Anyway, I think the compound 23 mentioned in Drugs of Abuse in the Future is realy simple to make starting from diethyl acetonedicarboxylate, acetone and methylamine.


  • Guest
compound 23, eh?
« Reply #3 on: December 09, 2003, 07:47:00 PM »
Nicodem, look in my fentanyl thread at the last post. I just happened to read about how that funny piperdone is made. Maybe you just said that? But it is made by aldol reaction of acetone to diacetone, followed by michael reaction with ammonia and cyclization. Hang on, here it is::


aldol reaction ("CC(=O)C.CC(=O)C.CC(=O)C>>CC(C)=CC(=O)C=C(C)C")


Michael reaction ("CC(C)=CC(=O)C=C(C)C>>CC(C)(N)CC(=O)CC(C)(N)C")


Spontaneous cyclization ("CC(C)(N)CC(=O)CC(C)(N)C>>CC1(C)CC(=O)CC(C)(C)N1")

So of course, if you used methylamine, you would very likely get the substituted compound you desire. Better still, since this is a dehydrating aldol, rather than a strong base, you could probably use concentrated sulfuric acid and acetone, making this a two-step to the TEMPO/piperidone of your desire. Then a reduction to alcohol and esterification with benzoic acid. This sounds very yummy....

If desired, I will hunt down that info more. I was already thinking about it because that piperidone REALLY looks like TEMPO, which our bleach oxidation papers tell us is a Very Useful Thing to have around.


  • Guest
The mysterious compound 23
« Reply #4 on: December 10, 2003, 05:07:00 AM »
Yeah, I found out about the phorone + methylamine trick just a few hours after posting about the »compound 23« (what you call diacetone is phorone). The preparation of phorone from acetone is well known and it makes no troubles to cyclisize it with methylamine. But I did not post a correction about my claim because for what I know the “compound 23” is just an anesthetic, besides nobody noticed up to now.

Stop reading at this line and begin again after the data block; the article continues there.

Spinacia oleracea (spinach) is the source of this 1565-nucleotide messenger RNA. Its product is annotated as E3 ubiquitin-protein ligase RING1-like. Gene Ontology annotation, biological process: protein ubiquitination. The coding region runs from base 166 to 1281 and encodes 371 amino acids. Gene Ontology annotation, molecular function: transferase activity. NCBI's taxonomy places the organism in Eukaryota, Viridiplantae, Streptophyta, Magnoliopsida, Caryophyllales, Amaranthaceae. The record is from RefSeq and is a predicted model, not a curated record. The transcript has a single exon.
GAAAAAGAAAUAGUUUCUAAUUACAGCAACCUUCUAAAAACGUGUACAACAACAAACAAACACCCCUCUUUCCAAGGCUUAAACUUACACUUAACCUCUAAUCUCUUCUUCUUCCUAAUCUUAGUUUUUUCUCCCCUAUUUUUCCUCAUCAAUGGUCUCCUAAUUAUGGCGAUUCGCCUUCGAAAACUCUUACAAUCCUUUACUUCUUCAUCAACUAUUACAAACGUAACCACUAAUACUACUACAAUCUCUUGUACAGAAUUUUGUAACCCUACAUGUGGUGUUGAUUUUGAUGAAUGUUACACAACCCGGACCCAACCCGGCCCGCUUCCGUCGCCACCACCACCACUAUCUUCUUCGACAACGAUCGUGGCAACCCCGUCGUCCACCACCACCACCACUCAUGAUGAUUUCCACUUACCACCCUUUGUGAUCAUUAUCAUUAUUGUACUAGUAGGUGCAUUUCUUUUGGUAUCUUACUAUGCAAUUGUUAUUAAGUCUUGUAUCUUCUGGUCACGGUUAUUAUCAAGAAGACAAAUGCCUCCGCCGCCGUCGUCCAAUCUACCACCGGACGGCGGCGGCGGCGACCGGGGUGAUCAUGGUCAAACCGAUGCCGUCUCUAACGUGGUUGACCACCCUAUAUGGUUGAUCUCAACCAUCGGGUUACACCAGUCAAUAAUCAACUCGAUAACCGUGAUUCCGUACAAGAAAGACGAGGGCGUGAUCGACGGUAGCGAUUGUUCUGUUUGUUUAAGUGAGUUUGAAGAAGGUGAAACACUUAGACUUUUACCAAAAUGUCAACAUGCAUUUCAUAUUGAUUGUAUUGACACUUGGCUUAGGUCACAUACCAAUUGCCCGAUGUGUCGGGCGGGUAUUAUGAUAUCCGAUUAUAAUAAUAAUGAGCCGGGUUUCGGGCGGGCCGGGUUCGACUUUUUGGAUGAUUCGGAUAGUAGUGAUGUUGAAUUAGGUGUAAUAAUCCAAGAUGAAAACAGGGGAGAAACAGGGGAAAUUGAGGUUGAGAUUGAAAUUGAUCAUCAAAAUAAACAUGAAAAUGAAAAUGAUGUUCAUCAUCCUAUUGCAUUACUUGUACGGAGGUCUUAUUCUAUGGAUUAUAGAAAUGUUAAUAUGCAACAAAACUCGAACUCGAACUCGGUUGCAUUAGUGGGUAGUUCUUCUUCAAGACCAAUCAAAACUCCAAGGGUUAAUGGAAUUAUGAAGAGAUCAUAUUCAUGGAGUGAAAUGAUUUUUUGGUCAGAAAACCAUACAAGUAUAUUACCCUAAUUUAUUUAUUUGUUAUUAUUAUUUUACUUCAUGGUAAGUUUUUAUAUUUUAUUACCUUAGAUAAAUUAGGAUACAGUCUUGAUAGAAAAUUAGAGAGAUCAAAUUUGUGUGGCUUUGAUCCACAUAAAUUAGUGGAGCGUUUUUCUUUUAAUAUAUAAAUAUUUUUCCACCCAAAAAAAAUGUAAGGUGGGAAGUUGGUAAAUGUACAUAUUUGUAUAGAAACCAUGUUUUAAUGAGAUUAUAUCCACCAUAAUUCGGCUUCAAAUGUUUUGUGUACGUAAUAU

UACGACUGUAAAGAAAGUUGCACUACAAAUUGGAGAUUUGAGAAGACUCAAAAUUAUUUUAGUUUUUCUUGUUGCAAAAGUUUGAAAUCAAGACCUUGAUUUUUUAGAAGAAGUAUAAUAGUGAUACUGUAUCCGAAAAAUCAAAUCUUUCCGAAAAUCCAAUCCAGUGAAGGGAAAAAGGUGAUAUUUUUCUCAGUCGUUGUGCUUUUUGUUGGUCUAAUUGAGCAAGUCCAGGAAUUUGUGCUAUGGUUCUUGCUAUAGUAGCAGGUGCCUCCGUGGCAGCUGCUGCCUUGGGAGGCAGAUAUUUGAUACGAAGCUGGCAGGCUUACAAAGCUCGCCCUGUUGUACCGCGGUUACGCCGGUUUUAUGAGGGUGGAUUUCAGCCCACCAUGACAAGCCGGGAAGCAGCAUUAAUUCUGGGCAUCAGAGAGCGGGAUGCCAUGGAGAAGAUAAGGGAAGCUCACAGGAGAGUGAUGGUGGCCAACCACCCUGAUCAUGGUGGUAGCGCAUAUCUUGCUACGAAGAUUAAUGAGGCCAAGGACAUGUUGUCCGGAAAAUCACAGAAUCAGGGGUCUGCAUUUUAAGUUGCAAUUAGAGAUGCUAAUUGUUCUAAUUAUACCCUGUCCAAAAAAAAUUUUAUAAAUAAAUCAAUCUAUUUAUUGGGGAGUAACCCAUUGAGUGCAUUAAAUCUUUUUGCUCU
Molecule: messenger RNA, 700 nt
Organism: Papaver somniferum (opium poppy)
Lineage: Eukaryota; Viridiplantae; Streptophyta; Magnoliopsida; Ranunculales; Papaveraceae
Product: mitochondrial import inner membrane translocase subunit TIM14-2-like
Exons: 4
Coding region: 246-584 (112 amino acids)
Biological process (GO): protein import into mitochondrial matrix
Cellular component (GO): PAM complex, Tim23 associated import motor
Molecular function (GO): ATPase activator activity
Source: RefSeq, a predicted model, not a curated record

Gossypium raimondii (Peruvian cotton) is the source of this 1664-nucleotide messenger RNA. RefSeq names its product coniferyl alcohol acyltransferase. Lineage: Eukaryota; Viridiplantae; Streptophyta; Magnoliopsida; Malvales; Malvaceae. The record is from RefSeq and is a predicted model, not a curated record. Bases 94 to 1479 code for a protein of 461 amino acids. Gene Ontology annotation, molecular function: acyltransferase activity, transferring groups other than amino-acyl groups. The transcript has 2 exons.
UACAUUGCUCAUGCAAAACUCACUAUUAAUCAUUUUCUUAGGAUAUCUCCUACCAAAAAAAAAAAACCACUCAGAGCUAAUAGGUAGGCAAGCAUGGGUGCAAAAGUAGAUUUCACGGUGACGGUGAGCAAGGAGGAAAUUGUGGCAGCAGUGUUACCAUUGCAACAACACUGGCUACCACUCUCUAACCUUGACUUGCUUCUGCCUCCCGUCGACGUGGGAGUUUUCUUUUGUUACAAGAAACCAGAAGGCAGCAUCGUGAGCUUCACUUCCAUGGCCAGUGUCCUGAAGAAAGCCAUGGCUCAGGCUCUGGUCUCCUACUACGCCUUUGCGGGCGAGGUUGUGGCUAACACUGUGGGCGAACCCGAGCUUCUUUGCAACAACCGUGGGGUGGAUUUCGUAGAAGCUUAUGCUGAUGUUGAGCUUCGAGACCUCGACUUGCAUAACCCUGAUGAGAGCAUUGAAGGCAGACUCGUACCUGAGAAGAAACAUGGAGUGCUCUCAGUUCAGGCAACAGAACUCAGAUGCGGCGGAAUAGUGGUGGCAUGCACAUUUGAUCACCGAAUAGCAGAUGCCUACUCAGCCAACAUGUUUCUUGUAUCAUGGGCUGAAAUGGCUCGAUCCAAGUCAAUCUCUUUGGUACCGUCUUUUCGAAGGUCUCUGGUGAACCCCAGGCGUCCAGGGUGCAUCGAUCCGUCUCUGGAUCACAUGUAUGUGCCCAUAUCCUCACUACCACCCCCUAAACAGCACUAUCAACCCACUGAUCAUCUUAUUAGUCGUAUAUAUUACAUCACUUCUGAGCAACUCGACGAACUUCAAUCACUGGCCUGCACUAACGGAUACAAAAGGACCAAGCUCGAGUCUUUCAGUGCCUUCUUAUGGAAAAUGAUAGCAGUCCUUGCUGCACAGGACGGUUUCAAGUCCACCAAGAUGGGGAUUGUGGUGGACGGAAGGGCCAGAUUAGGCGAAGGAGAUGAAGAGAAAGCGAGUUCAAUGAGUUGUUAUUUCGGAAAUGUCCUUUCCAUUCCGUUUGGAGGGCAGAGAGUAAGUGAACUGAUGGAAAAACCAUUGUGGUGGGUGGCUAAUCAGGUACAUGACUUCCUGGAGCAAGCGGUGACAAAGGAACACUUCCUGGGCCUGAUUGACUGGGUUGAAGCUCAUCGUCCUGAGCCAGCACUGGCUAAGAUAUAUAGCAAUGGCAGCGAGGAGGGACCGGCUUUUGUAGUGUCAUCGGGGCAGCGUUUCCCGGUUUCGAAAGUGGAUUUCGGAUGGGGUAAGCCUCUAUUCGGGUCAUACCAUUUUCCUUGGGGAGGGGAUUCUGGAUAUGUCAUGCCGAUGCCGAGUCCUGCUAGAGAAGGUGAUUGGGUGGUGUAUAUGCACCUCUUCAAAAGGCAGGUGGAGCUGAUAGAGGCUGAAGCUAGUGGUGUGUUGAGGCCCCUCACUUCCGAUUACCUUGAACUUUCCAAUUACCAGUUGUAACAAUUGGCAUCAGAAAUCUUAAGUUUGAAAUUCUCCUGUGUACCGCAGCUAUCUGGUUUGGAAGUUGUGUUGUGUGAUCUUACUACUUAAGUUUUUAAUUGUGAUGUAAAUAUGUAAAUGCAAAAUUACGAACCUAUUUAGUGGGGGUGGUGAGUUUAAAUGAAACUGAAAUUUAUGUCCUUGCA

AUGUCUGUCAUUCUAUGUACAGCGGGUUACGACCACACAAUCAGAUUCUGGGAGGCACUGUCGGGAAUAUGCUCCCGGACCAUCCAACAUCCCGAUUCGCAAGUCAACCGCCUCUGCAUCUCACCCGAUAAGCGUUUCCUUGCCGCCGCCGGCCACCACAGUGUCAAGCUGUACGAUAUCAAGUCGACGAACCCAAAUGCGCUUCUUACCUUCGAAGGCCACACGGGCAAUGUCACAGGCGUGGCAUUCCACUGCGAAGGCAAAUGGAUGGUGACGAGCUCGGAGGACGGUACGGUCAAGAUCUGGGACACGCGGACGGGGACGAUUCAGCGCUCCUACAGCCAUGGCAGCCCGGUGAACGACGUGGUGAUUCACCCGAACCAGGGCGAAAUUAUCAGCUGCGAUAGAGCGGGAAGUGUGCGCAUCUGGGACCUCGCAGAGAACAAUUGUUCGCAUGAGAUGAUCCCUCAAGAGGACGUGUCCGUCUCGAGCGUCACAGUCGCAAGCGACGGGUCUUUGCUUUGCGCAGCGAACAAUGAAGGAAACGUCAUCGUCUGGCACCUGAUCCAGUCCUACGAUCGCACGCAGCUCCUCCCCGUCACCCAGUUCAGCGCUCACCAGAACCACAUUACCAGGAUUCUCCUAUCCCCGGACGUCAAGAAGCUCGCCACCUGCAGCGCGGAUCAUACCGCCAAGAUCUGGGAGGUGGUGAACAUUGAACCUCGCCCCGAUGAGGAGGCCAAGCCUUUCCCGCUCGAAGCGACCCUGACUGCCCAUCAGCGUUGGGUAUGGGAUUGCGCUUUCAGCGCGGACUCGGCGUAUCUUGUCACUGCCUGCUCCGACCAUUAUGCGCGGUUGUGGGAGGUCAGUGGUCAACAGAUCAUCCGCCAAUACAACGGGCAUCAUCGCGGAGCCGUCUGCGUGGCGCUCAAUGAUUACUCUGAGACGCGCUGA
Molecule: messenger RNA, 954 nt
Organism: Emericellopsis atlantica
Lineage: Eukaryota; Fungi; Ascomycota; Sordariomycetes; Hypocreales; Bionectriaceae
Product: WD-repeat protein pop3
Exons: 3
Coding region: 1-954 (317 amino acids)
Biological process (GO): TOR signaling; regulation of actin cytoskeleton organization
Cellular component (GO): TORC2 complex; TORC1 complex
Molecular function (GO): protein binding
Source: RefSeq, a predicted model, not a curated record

Shulgin just speculate on its possible cocaine-like activity. I think he based his opinion on the possibility that the “double-double” methyls might force the piperidine ring in a tropine-like conformation due to steric repulsion (an idea partially confirmed by the mydriatic activity of some of this compounds). I did not research much on cocaine analogs but I would guess that this is not enough to make this stuff of a potency comparable to cocaine (it also lacks the –COOMe group if that is of any importance). But if I’m wrong it might just be the easiest synthesis of a cocaine analogue ever.
You are wrong when you propose the use of sulphuric acid to promote both the condensation of acetone to phorone and the Michael addition simultaneously (if I understood you well?). First the acetone to phorone syntesis produces a lot of byproducts including diacetone, mesytilene and other dark and stinking stuff. The destilation is a must in order to get the phorone fraction. Secondly the Michael addition requires free amines (basic conditions) while in the presence of sulphuric acid you would have just the protonated methylamine.